Under Construction in Poland

Currently nearing completion and making a dramatic addition to the skyline of Poland's capital city

Its 45 storey tower features a 15 floor section carved from the middle and, when it opens in Warsaw this November, the five-star InterContinental hotel will consist of 328 rooms, a presidential suite and 78 apartments for longer-term occupation. It is located three minutes from the main station, opposite the 235-metre high Palace of Culture & Science which dates back to Stalin's era.

As Warsaw's tallest building, the hotel is not only a landmark in the heart of the city's central business district but is being built to exacting environmental standards with the aim of minimising waste and maximising the use of environmentally-preferable materials.

The hotel's impressive facade features glass, stone and aluminium with mineral wool insulation, enabling it to meet stringent Polish thermal insulation code requirements. The windows are all double-glazed with efficient solar protective coating. The south and east-facing elevations are also equipped with passive solar protection through the use of various louvre systems which will reduce over-heating and prevent unnecessary use of the air-conditioning system.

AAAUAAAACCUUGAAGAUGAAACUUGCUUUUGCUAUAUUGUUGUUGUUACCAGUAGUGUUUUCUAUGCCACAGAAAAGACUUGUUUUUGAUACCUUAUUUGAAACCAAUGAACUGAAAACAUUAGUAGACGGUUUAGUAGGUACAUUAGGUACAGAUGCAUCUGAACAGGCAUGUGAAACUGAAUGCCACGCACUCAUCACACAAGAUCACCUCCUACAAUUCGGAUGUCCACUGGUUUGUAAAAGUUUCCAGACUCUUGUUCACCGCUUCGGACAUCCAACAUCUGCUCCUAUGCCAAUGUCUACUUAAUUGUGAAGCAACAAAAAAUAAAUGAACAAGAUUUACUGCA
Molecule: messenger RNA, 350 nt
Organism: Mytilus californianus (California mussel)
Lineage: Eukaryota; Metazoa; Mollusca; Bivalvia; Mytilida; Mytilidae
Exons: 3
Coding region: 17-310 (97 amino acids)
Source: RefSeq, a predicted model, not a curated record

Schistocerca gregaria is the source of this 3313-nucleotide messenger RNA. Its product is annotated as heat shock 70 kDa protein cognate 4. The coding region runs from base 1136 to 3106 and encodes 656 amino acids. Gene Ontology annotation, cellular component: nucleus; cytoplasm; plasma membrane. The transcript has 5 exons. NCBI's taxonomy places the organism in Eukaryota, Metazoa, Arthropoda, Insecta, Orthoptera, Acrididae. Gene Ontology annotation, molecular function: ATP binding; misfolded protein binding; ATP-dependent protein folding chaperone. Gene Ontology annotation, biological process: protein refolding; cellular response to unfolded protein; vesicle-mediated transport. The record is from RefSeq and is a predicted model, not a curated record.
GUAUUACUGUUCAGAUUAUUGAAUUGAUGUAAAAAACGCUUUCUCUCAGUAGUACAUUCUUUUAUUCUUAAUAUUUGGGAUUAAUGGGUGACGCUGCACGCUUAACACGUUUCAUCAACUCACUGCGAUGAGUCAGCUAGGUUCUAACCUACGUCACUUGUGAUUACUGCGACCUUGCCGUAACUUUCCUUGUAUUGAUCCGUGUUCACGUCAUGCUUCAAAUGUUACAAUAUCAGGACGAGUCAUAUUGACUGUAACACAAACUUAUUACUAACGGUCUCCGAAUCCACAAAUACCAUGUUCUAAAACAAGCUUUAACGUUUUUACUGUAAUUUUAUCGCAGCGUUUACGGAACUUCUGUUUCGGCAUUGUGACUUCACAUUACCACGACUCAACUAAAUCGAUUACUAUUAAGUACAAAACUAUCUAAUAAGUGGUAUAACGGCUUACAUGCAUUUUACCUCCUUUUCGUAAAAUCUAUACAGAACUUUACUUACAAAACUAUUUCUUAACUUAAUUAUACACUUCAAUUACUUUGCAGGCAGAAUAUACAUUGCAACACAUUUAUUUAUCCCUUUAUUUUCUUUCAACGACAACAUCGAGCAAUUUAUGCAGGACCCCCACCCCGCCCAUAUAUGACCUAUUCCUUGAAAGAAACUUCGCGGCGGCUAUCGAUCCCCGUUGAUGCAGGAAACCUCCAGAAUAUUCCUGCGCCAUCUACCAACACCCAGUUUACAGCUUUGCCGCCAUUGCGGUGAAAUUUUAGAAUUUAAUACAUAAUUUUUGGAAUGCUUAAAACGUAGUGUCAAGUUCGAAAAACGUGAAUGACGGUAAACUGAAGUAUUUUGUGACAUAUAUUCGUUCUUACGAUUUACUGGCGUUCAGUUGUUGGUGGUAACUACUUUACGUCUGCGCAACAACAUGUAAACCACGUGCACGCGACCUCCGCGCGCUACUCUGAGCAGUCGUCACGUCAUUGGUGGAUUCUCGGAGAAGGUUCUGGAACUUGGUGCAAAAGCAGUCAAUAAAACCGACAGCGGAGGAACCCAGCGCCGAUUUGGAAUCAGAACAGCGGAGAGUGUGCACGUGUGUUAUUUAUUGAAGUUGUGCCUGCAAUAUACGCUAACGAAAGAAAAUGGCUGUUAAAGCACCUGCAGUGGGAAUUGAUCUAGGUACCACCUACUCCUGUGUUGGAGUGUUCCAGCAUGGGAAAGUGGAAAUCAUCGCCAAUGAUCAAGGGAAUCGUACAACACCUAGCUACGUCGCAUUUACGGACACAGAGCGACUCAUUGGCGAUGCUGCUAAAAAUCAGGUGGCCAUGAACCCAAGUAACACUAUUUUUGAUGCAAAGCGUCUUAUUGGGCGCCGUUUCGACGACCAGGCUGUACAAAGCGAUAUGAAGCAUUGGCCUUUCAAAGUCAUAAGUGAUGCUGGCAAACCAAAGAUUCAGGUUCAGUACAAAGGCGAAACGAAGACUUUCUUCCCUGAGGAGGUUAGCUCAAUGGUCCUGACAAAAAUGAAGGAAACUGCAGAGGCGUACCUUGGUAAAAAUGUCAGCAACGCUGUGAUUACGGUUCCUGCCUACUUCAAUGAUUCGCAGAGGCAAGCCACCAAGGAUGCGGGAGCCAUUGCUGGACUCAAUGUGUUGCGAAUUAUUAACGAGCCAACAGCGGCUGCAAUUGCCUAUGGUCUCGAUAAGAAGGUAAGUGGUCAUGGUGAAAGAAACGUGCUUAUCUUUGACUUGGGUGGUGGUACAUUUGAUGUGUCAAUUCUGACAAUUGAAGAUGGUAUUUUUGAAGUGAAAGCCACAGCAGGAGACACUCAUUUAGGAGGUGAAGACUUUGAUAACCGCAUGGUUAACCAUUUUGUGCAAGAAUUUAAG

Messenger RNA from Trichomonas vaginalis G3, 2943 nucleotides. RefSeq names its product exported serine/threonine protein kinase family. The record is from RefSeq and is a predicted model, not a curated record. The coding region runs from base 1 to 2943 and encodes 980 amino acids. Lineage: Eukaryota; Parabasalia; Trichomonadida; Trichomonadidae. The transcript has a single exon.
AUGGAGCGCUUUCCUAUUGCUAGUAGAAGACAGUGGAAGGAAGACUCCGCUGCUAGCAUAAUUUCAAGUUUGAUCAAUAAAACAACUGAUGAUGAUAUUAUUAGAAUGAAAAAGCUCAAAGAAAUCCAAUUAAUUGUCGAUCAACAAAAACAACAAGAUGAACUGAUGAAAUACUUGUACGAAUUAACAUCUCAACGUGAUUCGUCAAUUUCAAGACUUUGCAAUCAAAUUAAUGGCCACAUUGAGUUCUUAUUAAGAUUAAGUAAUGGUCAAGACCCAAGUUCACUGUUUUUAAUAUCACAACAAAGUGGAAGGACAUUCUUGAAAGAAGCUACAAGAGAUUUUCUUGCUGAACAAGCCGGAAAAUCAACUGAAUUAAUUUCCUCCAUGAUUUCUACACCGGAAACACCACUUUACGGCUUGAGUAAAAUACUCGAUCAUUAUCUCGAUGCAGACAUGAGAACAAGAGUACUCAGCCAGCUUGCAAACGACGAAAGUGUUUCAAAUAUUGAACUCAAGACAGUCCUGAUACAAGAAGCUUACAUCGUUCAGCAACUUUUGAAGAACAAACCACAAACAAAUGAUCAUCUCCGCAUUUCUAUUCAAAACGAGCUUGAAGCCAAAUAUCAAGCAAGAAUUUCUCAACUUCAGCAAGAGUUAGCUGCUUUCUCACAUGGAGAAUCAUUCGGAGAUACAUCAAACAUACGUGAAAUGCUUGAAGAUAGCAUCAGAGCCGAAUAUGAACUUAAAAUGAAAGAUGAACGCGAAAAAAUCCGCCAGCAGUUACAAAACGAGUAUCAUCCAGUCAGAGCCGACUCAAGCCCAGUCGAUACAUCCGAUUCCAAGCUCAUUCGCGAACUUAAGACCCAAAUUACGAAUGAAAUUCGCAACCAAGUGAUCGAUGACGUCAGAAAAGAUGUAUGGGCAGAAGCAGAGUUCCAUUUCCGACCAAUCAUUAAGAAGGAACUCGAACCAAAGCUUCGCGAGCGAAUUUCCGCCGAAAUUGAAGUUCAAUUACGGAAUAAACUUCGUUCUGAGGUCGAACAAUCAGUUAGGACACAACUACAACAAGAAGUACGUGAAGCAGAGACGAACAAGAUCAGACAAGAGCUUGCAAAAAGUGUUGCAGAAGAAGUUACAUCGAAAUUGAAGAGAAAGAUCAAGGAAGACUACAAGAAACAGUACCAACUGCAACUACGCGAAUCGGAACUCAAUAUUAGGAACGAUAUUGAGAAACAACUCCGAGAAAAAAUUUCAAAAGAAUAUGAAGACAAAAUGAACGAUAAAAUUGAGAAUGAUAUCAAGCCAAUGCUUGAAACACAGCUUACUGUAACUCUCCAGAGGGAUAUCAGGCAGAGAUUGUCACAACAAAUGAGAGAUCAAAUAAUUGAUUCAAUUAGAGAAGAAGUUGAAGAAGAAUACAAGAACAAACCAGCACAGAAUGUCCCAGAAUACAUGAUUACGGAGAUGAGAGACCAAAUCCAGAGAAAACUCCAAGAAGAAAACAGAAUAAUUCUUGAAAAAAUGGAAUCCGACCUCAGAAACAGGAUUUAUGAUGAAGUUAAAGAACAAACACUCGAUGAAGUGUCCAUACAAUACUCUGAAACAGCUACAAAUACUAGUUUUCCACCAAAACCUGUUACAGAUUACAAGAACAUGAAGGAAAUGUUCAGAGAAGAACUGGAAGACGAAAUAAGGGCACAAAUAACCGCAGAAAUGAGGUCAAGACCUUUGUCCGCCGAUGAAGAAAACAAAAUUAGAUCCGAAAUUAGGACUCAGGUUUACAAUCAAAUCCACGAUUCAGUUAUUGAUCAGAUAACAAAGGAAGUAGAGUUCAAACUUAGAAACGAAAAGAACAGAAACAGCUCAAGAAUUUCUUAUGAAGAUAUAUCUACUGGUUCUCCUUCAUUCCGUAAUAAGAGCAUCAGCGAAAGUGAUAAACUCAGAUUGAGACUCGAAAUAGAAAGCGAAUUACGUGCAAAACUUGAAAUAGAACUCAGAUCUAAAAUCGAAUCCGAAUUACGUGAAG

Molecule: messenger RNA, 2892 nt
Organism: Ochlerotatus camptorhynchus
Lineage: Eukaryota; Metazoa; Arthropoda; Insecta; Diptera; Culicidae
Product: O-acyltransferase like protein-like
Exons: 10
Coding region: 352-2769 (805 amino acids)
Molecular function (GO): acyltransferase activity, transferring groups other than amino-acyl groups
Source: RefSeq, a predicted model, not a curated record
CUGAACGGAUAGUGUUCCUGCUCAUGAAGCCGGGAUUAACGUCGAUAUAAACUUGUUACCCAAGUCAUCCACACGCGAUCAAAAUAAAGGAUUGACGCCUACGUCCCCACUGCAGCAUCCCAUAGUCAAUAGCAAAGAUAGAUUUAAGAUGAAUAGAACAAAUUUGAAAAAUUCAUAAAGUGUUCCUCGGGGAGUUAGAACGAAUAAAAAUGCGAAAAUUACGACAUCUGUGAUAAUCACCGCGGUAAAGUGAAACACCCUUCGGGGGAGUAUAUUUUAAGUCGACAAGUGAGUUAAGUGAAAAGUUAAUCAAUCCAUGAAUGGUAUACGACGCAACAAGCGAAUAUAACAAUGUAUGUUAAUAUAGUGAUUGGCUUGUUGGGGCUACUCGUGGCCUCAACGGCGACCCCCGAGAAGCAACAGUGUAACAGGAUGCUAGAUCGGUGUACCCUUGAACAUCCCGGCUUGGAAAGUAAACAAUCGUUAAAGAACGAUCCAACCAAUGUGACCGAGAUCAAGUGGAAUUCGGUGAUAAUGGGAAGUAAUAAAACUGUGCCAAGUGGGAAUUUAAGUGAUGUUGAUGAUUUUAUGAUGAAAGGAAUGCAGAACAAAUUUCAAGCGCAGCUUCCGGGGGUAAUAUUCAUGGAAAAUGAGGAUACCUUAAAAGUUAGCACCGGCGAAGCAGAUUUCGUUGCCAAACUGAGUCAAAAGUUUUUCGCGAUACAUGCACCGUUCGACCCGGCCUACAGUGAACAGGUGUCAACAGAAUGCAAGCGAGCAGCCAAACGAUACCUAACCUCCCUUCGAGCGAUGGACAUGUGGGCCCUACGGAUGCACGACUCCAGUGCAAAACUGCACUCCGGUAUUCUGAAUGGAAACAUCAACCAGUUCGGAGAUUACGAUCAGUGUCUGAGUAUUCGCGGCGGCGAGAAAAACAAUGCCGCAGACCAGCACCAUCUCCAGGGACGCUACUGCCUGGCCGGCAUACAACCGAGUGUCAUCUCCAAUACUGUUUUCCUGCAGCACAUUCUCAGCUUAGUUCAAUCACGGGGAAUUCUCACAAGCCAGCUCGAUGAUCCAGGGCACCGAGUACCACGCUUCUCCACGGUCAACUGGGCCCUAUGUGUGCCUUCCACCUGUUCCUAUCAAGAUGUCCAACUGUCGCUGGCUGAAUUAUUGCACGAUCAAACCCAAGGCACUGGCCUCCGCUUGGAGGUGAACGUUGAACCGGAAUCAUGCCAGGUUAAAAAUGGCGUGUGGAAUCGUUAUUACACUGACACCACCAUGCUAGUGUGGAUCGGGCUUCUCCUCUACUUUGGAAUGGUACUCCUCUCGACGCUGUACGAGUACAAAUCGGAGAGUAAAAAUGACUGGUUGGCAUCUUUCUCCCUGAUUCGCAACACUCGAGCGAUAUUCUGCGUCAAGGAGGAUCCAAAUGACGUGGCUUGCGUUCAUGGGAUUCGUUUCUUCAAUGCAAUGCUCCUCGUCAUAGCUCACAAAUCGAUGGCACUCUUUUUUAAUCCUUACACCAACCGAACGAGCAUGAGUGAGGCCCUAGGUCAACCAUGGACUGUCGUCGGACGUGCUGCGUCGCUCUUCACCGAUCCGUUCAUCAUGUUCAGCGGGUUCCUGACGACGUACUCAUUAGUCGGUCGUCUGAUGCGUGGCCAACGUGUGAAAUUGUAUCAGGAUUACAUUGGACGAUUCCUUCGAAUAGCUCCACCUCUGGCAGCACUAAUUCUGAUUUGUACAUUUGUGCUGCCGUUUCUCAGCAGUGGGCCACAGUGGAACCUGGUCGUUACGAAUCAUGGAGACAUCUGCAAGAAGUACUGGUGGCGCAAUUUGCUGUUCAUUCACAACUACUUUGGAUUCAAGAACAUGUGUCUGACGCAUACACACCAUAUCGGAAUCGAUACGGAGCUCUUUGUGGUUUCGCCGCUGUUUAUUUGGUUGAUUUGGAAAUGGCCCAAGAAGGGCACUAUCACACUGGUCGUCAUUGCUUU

All the engineering installations meet the energy conservation measures specified in the InterContinental standards manuals. For example, the building uses district heating from the immediate neighbourhood, environmentally responsible refrigerants and comprehensive heat recovery systems. High levels of insulation were specified to pipework and ductwork to reduce system losses and the air handling units are fitted with heat recovery thermal wheels.

Air-cooled condensers have replaced cooling towers, while boilers, distribution pumps and the principal main plant are designed to work with low output fuels and energy-saving features to reduce electrical consumption.

The building's mechanical equipment will be monitored and controlled by a comprehensive building management system (BMS) to gain maximum efficiency from the hotel's systems. Water and electrical supplies to main departments will be sub-metered so that actual consumption can be measured and targets for reduction set. The environment in vacant rooms and public areas around the building can be controlled separately to deliver heating and/or cooling as required.

The hotel will also benefit from effective commissioning of the mechanical systems, an important requirement for achieving energy efficiency in large and complex buildings. Balancing the various installations for effective delivery of specified capacities ensures optimum energy consumption.

All the materials used in the construction are CFC-free and non-toxic paints and finishes wiII be used throughout. Water consumption will be reduced through the use of limited-flush WC cisterns.

The new hotel stands on the former site of the legendary jazz club 'Aquarius', and in keeping with this, a jazz cafe forms part of the ground floor. It will have twelve conference rooms, an executive lounge, a 24-hour business centre and a ballroom as well as a swimming pool and fitness club on the upper floors with breathtaking views over the city.

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